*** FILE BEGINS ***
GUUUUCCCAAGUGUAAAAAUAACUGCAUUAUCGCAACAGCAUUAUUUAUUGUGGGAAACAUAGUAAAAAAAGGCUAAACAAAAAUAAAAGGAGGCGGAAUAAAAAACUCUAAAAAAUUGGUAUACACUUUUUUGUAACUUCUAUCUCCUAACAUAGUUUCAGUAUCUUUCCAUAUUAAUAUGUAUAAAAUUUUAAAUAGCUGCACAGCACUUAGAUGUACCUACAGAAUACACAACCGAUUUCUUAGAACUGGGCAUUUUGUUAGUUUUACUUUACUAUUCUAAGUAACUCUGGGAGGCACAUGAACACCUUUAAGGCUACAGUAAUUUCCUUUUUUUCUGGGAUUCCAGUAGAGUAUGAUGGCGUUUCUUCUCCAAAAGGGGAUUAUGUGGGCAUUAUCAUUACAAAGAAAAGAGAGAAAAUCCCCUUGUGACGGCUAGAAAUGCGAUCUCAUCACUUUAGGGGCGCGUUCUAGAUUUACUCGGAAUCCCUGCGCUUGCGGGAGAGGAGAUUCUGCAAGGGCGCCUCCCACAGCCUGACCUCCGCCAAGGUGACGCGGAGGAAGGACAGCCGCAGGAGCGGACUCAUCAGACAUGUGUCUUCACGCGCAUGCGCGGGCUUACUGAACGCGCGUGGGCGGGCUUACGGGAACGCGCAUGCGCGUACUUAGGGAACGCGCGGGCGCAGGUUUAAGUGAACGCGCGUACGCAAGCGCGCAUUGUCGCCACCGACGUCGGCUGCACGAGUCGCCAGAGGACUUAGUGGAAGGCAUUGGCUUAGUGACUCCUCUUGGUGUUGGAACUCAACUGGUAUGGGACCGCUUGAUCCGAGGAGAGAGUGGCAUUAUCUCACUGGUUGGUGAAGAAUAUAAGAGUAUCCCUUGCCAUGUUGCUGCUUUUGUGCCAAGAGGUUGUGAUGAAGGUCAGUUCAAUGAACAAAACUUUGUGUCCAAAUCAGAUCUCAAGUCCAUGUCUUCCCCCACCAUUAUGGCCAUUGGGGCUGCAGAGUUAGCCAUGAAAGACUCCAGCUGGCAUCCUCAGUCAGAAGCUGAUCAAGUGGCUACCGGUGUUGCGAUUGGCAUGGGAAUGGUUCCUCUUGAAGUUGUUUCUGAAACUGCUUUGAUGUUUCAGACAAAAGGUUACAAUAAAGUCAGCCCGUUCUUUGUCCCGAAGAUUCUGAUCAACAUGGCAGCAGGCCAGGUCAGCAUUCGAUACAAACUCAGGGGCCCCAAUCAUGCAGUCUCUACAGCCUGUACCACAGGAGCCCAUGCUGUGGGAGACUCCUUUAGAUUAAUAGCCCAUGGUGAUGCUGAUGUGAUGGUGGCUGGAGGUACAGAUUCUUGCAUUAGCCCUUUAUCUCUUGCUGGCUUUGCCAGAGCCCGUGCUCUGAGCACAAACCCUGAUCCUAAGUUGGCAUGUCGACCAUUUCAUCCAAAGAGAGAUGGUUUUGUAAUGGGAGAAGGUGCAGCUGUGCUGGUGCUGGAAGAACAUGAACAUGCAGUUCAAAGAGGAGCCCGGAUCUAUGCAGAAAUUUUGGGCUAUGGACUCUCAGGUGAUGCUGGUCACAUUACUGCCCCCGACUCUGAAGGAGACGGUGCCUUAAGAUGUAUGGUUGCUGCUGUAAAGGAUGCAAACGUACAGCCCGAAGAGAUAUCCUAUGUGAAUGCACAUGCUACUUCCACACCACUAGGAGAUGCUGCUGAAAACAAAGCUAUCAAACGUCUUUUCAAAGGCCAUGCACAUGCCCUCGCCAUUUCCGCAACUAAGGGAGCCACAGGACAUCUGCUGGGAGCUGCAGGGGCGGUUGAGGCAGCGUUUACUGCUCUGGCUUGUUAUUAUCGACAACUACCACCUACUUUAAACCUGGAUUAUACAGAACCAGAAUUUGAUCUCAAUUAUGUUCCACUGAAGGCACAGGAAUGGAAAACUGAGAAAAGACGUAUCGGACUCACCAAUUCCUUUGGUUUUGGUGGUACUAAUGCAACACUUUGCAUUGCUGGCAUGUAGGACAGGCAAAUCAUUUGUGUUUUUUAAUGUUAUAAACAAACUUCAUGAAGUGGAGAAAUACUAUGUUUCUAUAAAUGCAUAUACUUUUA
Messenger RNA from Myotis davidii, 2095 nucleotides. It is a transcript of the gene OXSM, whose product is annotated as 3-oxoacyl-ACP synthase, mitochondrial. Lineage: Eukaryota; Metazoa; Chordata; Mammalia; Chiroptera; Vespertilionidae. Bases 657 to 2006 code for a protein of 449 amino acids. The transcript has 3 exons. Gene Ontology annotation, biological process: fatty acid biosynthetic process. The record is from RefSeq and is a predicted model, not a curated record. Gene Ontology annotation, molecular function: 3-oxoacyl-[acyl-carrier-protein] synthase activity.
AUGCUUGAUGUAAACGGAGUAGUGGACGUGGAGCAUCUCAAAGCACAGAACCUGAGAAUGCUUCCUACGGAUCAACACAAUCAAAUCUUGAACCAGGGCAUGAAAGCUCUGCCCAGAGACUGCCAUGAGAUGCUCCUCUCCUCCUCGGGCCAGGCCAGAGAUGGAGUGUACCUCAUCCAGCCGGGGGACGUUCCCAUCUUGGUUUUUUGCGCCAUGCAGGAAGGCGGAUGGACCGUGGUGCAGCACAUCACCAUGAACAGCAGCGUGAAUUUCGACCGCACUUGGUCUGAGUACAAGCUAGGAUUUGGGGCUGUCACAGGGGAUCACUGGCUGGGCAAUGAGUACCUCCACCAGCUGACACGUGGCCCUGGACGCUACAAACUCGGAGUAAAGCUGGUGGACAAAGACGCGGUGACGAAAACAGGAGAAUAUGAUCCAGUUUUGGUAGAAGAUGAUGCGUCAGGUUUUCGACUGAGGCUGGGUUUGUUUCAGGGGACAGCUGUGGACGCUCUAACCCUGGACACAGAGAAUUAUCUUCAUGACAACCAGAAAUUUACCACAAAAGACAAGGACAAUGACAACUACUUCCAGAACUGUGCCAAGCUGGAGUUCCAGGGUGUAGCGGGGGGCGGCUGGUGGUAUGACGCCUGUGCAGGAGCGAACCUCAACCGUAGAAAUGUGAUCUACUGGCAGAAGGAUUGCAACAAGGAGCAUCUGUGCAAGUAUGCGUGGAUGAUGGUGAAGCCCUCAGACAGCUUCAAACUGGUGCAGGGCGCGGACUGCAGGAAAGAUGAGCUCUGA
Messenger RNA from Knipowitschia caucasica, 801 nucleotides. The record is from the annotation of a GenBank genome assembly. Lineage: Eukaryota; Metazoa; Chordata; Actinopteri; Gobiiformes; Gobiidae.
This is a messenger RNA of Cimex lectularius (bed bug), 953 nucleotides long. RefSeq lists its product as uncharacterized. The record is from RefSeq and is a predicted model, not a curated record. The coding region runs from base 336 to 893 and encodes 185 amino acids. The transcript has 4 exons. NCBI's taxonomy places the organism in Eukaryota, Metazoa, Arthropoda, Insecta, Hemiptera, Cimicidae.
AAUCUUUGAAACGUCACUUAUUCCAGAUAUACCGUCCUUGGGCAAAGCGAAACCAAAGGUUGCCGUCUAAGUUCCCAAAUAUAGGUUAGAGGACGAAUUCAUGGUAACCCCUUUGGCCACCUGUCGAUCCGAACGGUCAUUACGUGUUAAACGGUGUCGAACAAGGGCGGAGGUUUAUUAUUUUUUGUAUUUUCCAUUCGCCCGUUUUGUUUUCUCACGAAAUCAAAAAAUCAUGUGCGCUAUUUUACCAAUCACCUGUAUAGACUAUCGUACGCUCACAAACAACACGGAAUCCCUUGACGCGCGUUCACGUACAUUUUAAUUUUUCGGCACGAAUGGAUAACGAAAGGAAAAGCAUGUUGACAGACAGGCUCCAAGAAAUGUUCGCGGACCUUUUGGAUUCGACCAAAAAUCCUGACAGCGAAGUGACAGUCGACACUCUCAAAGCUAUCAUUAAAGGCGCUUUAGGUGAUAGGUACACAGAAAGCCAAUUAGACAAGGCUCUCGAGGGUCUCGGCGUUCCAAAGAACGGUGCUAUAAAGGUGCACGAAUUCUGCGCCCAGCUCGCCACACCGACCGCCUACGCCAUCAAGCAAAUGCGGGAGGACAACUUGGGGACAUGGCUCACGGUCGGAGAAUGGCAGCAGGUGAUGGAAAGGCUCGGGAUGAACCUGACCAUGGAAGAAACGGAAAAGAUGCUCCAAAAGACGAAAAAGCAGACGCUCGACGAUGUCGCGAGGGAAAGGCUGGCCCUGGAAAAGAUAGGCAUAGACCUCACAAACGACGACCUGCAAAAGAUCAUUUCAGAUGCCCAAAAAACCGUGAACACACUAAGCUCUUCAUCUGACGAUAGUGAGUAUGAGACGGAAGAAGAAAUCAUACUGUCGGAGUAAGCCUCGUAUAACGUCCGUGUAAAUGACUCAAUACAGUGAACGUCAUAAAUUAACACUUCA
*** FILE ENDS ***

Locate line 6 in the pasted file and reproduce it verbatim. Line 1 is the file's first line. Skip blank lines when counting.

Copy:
AAUCUUUGAAACGUCACUUAUUCCAGAUAUACCGUCCUUGGGCAAAGCGAAACCAAAGGUUGCCGUCUAAGUUCCCAAAUAUAGGUUAGAGGACGAAUUCAUGGUAACCCCUUUGGCCACCUGUCGAUCCGAACGGUCAUUACGUGUUAAACGGUGUCGAACAAGGGCGGAGGUUUAUUAUUUUUUGUAUUUUCCAUUCGCCCGUUUUGUUUUCUCACGAAAUCAAAAAAUCAUGUGCGCUAUUUUACCAAUCACCUGUAUAGACUAUCGUACGCUCACAAACAACACGGAAUCCCUUGACGCGCGUUCACGUACAUUUUAAUUUUUCGGCACGAAUGGAUAACGAAAGGAAAAGCAUGUUGACAGACAGGCUCCAAGAAAUGUUCGCGGACCUUUUGGAUUCGACCAAAAAUCCUGACAGCGAAGUGACAGUCGACACUCUCAAAGCUAUCAUUAAAGGCGCUUUAGGUGAUAGGUACACAGAAAGCCAAUUAGACAAGGCUCUCGAGGGUCUCGGCGUUCCAAAGAACGGUGCUAUAAAGGUGCACGAAUUCUGCGCCCAGCUCGCCACACCGACCGCCUACGCCAUCAAGCAAAUGCGGGAGGACAACUUGGGGACAUGGCUCACGGUCGGAGAAUGGCAGCAGGUGAUGGAAAGGCUCGGGAUGAACCUGACCAUGGAAGAAACGGAAAAGAUGCUCCAAAAGACGAAAAAGCAGACGCUCGACGAUGUCGCGAGGGAAAGGCUGGCCCUGGAAAAGAUAGGCAUAGACCUCACAAACGACGACCUGCAAAAGAUCAUUUCAGAUGCCCAAAAAACCGUGAACACACUAAGCUCUUCAUCUGACGAUAGUGAGUAUGAGACGGAAGAAGAAAUCAUACUGUCGGAGUAAGCCUCGUAUAACGUCCGUGUAAAUGACUCAAUACAGUGAACGUCAUAAAUUAACACUUCA